Teaser Tuesdays is a weekly bookish meme, hosted by MizB of Should be Reading. Anyone can play along! Just do the following:
Grab your current read
Open to a random page
Share two (2) “teaser” sentences from somewhere on that page
BE CAREFUL NOT TO INCLUDE SPOILERS! (make sure that what you share doesn’t give too much away! You don’t want to ruin the book for others!)
Share the title & author, too, so that other TT participants can add the book to their TBR Lists if they like your teaser!
Here’s mine for the week:
Charles kept wondering how he would be able to pay back so much money the following year; he tried to think up various schemes-such has turning to his father or selling something. But his father would turn a deaf ear, and he personally had nothing to sell.
pg. 206 Madame Bovary by Gustave Flaubert
Are you enjoying Madame Bovary so far?
I am. The characters are frustrating, but I am engaged in the story. Do you like it?
I liked it when I read it a long time ago – though at first it was difficult (I read it in the original French).
the first 50 pages were a bit rough and slow going. Now I’m used to his writing.
It’s a bit like Dickens, isn’t it? Must have been the way they wrote in those days.
Yes. it takes some settling into. And not sure many publishers would bite on these types of manuscripts these days.
No, they seem to want the more Hollywood type script: fast paced and right there from the beginning 🙂
You read the best books—–I think I need to beef up my reading selection every time I see what you are reading.
Funny, I always like the titles of the books you read. I saw Sue Grafton on your recent list and couldn’t remember the last one I read. I think I stopped at M.
They had a ton of hers for $1.99 on Kindle before I left on vacation and I got a ton that I haven’t read. Or I think I haven’t read……and even if I did most likely I won’t remember I read them.
I know I like her books. They are quick and easy, but I can’t remember the stories at all. Gosh I read them twenty years ago–the first one at least.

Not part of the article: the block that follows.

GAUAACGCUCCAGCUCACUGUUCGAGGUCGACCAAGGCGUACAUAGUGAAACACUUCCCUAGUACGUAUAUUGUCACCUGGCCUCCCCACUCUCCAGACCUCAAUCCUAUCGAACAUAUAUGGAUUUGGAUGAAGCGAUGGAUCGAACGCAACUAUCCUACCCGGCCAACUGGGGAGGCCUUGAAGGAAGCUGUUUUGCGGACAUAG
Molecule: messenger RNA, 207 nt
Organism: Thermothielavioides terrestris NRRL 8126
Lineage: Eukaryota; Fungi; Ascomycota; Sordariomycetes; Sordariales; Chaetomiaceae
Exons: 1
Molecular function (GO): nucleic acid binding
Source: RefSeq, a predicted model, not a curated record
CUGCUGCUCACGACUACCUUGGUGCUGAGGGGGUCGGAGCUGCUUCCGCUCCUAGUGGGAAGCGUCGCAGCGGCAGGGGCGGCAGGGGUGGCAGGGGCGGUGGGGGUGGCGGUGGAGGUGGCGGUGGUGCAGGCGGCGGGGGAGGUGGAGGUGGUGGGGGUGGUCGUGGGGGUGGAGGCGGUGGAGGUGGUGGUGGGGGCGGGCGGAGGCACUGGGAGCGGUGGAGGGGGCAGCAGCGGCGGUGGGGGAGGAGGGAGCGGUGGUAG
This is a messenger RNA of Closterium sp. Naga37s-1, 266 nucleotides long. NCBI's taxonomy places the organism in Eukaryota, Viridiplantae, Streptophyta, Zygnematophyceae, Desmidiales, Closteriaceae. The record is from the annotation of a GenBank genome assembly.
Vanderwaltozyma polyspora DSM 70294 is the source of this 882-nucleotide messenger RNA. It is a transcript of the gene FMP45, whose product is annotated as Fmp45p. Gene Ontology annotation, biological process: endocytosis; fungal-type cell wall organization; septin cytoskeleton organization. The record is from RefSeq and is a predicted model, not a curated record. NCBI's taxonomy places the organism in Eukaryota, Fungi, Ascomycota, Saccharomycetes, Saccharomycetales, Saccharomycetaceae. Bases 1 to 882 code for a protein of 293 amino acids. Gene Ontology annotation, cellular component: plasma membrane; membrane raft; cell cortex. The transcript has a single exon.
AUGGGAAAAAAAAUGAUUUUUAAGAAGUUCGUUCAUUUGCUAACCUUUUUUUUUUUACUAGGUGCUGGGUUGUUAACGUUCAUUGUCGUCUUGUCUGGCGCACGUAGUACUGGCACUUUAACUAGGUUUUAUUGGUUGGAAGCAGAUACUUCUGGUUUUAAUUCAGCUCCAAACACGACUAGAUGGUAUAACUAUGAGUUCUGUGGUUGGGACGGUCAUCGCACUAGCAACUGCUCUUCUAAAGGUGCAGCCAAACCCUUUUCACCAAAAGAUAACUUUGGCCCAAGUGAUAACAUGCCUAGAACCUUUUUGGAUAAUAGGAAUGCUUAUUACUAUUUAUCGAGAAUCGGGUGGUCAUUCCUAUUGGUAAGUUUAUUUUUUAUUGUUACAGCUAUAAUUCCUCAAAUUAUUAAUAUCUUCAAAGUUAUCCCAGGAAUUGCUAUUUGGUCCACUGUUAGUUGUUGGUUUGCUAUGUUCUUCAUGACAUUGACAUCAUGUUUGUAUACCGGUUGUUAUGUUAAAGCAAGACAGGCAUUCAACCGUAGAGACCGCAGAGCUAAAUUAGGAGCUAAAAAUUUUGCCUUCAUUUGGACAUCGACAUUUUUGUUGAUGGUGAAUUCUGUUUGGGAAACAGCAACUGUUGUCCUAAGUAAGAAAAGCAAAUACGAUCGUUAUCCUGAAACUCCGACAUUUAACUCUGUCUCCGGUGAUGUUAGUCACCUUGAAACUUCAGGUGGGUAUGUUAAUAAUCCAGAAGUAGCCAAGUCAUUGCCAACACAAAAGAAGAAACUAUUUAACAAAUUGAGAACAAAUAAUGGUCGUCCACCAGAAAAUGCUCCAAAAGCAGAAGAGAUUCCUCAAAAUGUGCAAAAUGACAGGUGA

You were just a baby when you read them!!! 🙂
Still a teen. At the time I felt so grown up and I knew everything.
Oh yes—I know that feeling well. Now I have it all figured out. NOT!
I prefer being clueless. Much easier to keep up that way.
As a former English major, teacher, and professor I loved the book. But I liked it less for the tale and more for the historic context. It is a telling book of the time and a historic document of how the poor and especially women were treated during that time period. However, that is what he wanted to depict when he wrote it. It amazes me the lack of power that women had and the horrid way men treated them, if it wasn’t for her children and sex, she would be seen as an animal. However, a classic none the less!
It is a depressing look into the society of the time and the treatment of women. I like books like this: have a great story and also are social commentary. I learn so much from them.
Poor man 😉
Money trouble is no fun.
These are always fun to read. Thanks for sharing.
Glad you enjoyed Patti.
Good teaser TBM! I missed again.. ..
No worries, there’s always next week.
Nice quote, TBM! I loved this phrase from the teaser – “such as turning to his father…But his father would turn a deaf ear”. That sounds poetic because it puts the word ‘turn’ to two different uses. I am wondering how that would read in French. I read somewhere that Flaubert was a wonderful stylist of the French language and took a lot of time to construct each sentence. I am wondering whether he did that here too. Thanks for sharing this quote.
That’s an interesting point, Vishy. Now you have me wondering. I know I’m reading the English translation, but his writing is beautiful and it does seem like every sentence was constructed over time and not forced to make a deadline.
Nice to know that you found Flaubert’s writing beautiful, TBM. I liked what you said – that it looked like every sentence was constructed over time and not forced by a deadline. I haven’t read a whole book by Flaubert, but have only read excerpts from a couple of his books. But I read a book called ‘Flaubert’s Parrot’ by Julian Barnes, which, though it is described as a novel, is really a love letter to Flaubert. It is a beautiful book and talks about Flaubert’s life and his books. You might like it in case you want to explore Flaubert more.
Thanks for the tip, Vishy. Flaubert has three more novels on the 1001 and I just checked, Barnes’s novel is on the list as well. I should read that one when I finish Flaubert’s. thanks!